This depends on what contrasts you are trying to use.
If you have a contrast that only contains "missing" EVs then
you can't have this if you drop these EVs. However, I'm
assuming that the contrasts of interest for the group analysis
are not going to include only missing EVs for any subject or
session. Otherwise there is no information that this subject
or session can contribute to the group analysis in this case
and just shouldn't be included for the higher level analysis.
If you do make contrasts to see certain effects in the lower
level analysis that you don't pass up to the group analysis
(e.g. a 0 0 1 0 0 ... 0 type contrast for each EV) then it doesn't
matter what you put in this place for the lower level analysis
as far as the group analysis is concerned.
The best approach for you is probably to restrict yourself to
first level analyses that only contain the contrast of interest
for the group analysis. This should include at least one
non-missing EV for each session/subject (if not, exclude
that session/subject from the group analysis). Once you've
done this the group analysis is straightforward.
If you are interested in looking at other contrasts in the lower
level, you can always run different contrasts again under
post-stats to have a look (which is quick and easy).
All the best,
On Thursday, June 3, 2004, at 10:42 pm, Sam Harris wrote:
> Hi, Mark
> Thanks for your response. It seems to me, however, that I'm not out of
> the woods yet--because once I drop the missing EVs for any given run,
> that run will then not have the same number of contrasts.
> Have I misunderstood you somewhere?
> On Jun 3, 2004, at 11:15 AM, Mark Jenkinson wrote:
>> What you really need to do is create consistent *contrasts* not EVs.
>> It is contrasts that get fed up into the higher level analyses, not
>> If an EV is missing, then do not have it in the model. However, when
>> formulating your contrasts make sure that the numbering of the
>> is the same in each subject/session so that these feed up
>> You'll have to be careful to select the appropriate EVs each time, as
>> their numbering will change whenever some are missing.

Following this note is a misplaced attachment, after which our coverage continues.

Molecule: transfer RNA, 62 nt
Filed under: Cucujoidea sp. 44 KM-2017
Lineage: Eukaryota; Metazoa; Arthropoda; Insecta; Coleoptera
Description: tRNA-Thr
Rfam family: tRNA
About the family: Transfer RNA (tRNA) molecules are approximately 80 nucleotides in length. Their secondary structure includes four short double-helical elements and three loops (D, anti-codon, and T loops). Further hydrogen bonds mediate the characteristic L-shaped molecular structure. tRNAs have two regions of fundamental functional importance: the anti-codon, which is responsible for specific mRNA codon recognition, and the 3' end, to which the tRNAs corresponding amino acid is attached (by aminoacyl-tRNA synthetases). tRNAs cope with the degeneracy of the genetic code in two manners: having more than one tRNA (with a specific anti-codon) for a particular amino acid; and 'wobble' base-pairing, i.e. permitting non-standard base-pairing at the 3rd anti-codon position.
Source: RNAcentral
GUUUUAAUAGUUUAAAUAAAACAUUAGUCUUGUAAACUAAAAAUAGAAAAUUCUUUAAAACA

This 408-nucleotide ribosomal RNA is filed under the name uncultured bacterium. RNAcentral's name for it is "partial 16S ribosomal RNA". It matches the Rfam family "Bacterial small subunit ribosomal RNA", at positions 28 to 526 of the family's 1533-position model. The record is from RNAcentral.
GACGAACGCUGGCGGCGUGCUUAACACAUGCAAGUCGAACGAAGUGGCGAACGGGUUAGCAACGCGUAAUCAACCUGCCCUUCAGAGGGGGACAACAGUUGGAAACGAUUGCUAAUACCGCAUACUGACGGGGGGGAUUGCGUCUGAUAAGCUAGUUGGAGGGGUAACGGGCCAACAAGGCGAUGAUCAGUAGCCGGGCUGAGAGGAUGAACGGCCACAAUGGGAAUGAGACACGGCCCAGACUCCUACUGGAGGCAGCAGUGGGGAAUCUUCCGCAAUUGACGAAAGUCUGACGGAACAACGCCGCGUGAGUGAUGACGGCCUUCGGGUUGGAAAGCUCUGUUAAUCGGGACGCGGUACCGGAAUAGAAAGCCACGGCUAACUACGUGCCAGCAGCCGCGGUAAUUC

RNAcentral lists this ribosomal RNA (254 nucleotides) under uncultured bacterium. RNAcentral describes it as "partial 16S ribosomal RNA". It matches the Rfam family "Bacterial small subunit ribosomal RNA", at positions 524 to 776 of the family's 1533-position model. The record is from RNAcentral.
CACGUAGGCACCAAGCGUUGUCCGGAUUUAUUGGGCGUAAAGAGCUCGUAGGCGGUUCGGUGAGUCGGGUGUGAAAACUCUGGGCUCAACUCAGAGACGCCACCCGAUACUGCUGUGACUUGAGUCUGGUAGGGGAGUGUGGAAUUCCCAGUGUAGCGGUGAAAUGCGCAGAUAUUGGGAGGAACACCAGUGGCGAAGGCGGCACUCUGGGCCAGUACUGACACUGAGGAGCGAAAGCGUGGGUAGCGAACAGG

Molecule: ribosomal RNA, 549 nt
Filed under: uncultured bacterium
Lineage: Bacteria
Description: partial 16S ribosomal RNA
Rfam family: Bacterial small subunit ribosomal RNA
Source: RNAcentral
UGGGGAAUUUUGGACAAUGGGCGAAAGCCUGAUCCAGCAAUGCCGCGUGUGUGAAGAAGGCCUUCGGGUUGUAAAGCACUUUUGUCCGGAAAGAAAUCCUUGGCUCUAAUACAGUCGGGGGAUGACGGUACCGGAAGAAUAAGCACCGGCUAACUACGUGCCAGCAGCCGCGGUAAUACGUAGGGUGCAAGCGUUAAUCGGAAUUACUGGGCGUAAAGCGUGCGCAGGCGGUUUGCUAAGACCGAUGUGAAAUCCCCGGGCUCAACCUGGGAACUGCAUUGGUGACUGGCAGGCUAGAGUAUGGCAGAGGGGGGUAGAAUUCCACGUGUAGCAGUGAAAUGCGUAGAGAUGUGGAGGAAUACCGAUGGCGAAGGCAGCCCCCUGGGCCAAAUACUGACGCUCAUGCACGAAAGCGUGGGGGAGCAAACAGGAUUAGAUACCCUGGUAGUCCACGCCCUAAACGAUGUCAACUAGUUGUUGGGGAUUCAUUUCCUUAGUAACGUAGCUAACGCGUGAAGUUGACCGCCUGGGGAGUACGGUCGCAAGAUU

>> For example, if you had a contrast like 1 0 -1 0 0 1 0 and in one case
>> EV2 was missing then the design matrix would only have 6 columns,
>> not 7, and the contrast would become 1 -1 0 0 1 0 in this
>> instance (assuming the other EVs were present).
>> Obviously these missing EVs cannot contribute to the contrast, but
>> as long as each contrast contains at least one EV then you are fine.
>> All the best,
>> Sam Harris wrote:
>>> I'm attempting to analyze event-related data acquired on 14 subjects,
>>> 3 runs each, in which
>>> certain EVs, in any given run, were not represented. For example,
>>> subject #6, in run #2, may not
>>> have provided a single example of EV 8 (while all other subjects did,
>>> as did subject #6 himself in
>>> runs 1 and 3). I'm wondering if there is any way of creating a
>>> "place-holder" model (in three-
>>> column format), so that all subjects and all runs can contain the
>>> same number of EVs, thereby
>>> allowing analysis at the group level. Could I, in the above case,
>>> create a spurious model for EV 8
>>> (in subject #6, run #2), with a fictional onset time and duration,
>>> and scale it at (or near) 0? Or
>>> could I create an extra volume, tacked onto to the end of all scans,
>>> that represented the average
>>> value of each functional run, and then reference this timepoint in my
>>> model as a dummy-EV?
>>> Needless to say, I'm looking for a solution that will produce, in the
>>> worst case, a type 2 error.
>>> Thanks for your help.